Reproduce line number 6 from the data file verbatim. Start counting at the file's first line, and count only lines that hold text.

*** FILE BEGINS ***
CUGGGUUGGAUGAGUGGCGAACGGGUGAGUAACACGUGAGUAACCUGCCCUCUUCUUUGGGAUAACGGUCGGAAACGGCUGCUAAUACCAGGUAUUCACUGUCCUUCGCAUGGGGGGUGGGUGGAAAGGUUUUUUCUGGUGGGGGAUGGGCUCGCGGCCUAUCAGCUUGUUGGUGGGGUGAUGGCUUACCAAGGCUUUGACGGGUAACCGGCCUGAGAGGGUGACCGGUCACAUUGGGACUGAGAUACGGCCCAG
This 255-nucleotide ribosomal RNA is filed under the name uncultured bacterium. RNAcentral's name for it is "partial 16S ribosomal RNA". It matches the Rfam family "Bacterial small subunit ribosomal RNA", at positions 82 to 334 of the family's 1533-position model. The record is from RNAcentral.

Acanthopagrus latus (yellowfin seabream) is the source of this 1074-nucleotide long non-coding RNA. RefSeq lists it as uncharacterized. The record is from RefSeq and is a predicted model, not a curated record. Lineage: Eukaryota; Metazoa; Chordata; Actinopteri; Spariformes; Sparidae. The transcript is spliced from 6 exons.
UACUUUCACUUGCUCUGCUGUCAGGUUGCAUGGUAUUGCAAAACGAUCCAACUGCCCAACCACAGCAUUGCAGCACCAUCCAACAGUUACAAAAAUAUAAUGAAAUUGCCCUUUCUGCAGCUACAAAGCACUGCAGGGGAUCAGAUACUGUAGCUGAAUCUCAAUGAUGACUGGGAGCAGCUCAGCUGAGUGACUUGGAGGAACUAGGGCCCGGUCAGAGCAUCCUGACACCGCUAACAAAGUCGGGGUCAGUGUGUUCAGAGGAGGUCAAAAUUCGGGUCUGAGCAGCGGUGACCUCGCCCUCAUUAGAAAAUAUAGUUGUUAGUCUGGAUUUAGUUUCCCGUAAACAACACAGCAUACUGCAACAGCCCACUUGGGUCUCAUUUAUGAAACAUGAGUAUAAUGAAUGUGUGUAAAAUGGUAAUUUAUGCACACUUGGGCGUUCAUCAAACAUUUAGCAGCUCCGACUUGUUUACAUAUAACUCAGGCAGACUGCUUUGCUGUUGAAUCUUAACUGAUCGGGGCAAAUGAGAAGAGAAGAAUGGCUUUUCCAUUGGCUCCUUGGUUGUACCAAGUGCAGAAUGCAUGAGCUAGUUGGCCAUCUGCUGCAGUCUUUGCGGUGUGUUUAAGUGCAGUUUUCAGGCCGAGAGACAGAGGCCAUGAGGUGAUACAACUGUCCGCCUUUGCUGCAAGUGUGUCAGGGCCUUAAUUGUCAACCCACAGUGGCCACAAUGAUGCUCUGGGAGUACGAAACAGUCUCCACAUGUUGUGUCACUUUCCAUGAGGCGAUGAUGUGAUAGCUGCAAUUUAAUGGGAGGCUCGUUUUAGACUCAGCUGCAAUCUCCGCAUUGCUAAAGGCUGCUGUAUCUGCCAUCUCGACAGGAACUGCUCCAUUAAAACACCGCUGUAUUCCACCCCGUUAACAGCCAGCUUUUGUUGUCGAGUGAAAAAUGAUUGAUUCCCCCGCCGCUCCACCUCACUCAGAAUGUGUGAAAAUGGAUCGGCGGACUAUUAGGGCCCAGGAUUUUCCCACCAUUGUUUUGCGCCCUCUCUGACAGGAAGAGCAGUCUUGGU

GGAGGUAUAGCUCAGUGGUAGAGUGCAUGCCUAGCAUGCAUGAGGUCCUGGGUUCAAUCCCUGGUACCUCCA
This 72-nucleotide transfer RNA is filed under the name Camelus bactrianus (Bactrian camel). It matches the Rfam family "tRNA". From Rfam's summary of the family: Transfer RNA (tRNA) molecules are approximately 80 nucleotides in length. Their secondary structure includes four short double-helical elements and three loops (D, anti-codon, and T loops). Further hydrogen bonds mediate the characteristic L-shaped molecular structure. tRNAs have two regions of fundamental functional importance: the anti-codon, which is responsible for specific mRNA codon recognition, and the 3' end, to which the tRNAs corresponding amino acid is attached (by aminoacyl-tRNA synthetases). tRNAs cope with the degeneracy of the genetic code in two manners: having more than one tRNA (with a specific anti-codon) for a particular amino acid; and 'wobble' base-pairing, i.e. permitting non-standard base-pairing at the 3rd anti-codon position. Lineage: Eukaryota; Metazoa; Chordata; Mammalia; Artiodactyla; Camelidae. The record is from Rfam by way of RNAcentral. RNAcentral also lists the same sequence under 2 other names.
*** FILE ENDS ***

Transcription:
This 72-nucleotide transfer RNA is filed under the name Camelus bactrianus (Bactrian camel). It matches the Rfam family "tRNA". From Rfam's summary of the family: Transfer RNA (tRNA) molecules are approximately 80 nucleotides in length. Their secondary structure includes four short double-helical elements and three loops (D, anti-codon, and T loops). Further hydrogen bonds mediate the characteristic L-shaped molecular structure. tRNAs have two regions of fundamental functional importance: the anti-codon, which is responsible for specific mRNA codon recognition, and the 3' end, to which the tRNAs corresponding amino acid is attached (by aminoacyl-tRNA synthetases). tRNAs cope with the degeneracy of the genetic code in two manners: having more than one tRNA (with a specific anti-codon) for a particular amino acid; and 'wobble' base-pairing, i.e. permitting non-standard base-pairing at the 3rd anti-codon position. Lineage: Eukaryota; Metazoa; Chordata; Mammalia; Artiodactyla; Camelidae. The record is from Rfam by way of RNAcentral. RNAcentral also lists the same sequence under 2 other names.